Understanding Photoshop CC’s Special Features
For years, Adobe has heard the pleas of researchers, scientists, and other highly specialized users of Photoshop to include features that fulfill their needs. These extended features don't really have a place in the workflow of most Photoshop users.
That doesn't mean that you'll never use any of these features! You might find a need to calculate a height or a distance using the measuring tools in Vanishing Point, or perhaps use the Count tool.
As a photographer, you may find that a couple of the Smart Object stack modes can be used to solve a couple of photographic challenges. And who can resist the temptation to play around with 3D? In this figure, you can see the 3D panel and menu commands.
Calculate with Vanishing Point
Photoshop CC also offers measurement in perspective through Vanishing Point. Suppose, for example, you need to calculate how much wallpaper to order for the room shown in the figure. You know the height of the window (70 inches) and using that as your known measurement, you can have Photoshop calculate the height and length of each wall.
Counting crows or maybe Avian Flu
Nested with the Ruler tool and the Eyedroppers in the Toolbox is the Count tool. Zoom in and start clicking on whatever you need to count, whether they're birds in the sky or viruses on a slide. Each item you click is labeled with a number.
When you want to record the count, click the Record Measurements button in the Measurement Log. You can also record and work with multiple counts. To the right of the Count Groups menu in the Options bar (see the figure) are buttons to show/hide the currently selected count group, to start a new count group, and to delete the current count group.
Click the color swatch in the Options bar to select a new color for the count group, and you can customize both the size of the circle that marks the count and the marker number — individually for each count group.
(Don't you love the way that Warning symbol in the margin catches your eye?) Adjust the marker and label sizes before you start clicking around in your image with the Count tool — changing the size after placing your count markers can shift them in the image window, destroying your meticulous placement.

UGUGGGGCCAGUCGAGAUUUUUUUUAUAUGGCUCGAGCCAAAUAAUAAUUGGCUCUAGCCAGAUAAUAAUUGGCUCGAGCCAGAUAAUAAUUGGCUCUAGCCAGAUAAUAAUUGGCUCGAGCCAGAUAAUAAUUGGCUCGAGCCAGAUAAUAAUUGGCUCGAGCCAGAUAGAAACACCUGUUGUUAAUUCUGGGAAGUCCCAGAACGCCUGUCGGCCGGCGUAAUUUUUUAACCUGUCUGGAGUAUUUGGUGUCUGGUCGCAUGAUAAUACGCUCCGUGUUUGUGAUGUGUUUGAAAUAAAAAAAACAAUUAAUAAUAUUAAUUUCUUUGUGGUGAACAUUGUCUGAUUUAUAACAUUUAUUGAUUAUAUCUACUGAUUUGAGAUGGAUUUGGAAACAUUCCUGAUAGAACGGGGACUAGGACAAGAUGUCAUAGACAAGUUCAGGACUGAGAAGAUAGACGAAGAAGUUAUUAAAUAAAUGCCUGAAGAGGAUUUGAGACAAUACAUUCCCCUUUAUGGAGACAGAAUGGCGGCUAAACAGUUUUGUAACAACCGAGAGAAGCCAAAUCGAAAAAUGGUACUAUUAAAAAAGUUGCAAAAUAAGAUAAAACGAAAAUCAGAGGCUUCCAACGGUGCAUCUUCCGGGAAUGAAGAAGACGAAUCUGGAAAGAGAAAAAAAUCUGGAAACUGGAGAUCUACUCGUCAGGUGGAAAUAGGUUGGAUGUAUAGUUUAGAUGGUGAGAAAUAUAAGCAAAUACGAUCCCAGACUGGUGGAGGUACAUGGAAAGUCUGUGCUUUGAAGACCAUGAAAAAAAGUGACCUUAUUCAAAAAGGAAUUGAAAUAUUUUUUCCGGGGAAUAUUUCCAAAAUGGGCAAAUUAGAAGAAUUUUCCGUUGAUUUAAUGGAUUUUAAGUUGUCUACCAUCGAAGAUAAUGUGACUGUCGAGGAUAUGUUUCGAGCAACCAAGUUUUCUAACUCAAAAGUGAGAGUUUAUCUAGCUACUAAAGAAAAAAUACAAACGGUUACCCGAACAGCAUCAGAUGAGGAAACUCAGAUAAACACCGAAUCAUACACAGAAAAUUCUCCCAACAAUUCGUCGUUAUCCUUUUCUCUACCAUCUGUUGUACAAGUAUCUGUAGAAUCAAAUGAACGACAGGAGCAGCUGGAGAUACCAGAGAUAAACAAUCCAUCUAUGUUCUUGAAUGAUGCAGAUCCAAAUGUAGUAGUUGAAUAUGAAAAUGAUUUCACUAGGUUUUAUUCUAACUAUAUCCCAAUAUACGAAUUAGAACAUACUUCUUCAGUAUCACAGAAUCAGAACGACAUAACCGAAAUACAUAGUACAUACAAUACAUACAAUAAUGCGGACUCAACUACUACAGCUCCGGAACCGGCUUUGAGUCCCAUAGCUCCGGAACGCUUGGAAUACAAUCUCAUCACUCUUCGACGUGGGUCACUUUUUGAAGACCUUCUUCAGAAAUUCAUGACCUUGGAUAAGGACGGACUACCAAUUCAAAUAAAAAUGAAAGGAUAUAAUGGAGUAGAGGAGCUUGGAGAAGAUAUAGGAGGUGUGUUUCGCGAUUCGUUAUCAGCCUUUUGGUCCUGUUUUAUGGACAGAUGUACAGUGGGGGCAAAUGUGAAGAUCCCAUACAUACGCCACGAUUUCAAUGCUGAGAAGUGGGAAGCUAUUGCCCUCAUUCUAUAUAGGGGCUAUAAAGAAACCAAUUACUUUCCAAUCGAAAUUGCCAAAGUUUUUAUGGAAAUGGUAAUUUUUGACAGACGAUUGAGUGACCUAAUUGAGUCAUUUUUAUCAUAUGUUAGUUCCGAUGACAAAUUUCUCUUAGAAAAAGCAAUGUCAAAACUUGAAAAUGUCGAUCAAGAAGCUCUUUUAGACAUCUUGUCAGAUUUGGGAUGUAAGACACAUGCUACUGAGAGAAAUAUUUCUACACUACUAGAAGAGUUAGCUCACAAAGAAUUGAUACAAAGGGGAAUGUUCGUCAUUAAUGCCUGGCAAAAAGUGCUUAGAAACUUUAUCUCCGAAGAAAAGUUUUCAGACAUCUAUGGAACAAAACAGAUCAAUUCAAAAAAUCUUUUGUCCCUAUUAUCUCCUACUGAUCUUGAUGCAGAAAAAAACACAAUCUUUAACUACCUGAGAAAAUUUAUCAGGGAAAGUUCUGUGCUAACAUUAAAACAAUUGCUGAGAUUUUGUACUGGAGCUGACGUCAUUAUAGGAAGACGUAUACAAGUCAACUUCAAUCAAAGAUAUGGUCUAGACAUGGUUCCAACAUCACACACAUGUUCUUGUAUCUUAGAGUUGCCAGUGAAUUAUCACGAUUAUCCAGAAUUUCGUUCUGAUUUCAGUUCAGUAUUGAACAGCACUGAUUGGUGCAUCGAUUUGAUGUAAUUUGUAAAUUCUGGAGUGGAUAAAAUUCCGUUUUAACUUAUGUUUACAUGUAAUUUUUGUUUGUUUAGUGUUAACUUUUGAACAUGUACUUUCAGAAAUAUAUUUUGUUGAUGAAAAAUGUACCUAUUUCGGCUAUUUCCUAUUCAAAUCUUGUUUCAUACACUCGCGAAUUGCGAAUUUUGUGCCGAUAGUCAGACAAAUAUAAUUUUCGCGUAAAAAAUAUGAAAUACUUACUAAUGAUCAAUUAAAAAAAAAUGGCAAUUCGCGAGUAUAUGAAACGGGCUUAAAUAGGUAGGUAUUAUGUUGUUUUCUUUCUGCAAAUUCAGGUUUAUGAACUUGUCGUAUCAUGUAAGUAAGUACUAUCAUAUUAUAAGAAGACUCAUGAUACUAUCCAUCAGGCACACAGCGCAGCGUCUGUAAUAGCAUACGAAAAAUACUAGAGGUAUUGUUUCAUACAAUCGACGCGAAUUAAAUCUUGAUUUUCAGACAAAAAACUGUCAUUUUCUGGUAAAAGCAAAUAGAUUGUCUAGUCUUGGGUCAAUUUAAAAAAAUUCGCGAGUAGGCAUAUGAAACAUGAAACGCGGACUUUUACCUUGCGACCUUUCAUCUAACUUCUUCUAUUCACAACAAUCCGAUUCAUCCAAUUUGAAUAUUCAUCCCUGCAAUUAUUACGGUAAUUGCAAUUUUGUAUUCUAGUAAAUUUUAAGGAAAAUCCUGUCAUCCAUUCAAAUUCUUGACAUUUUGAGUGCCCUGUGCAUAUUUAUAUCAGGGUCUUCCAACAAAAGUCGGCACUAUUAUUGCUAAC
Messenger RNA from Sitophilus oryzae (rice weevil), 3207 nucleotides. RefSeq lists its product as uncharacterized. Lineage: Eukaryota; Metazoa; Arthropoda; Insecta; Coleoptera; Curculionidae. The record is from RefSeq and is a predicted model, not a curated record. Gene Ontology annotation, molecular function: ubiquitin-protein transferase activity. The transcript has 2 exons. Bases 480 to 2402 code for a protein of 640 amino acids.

Viewing Your DICOM Medical Records
If your doctor's office, hospital, or lab has sent you home with a CD, it probably contains DICOM (Digital Imaging and COmmunication in Medicine) images. It might contain the results of a CAT scan, MRI, ultrasound, or X-rays, and you can open the files and take a look right in Photoshop.
Copy the files to your hard drive. (Don't open files into Photoshop directly from a CD or DVD.) Choose File→Open. In the Open dialog box, select the frames in which you’re interested and then click Open.
In the next dialog box that opens (shown in the figure), select the frames, elect to open as layers in an image (the Import Frames as Layers option) or in a grid pattern (the N-Up Configuration option), and then click Open. (You can also use Photoshop's File→Place command to add a DICOM image to an existing image.)
Photoshop CC offers all of these interesting features for scientists, researchers, and technicians, so it only makes sense that it should work with some of the file formats they actually use and integrate with their software.
When you come across the term MATLAB in Photoshop CC, recognize it as a software environment (sort of like a programming language) that speeds calculations and helps coordinate work in various technical programs. Unless you actually work with MATLAB, say in a research lab, you really don't need to know anything else about it.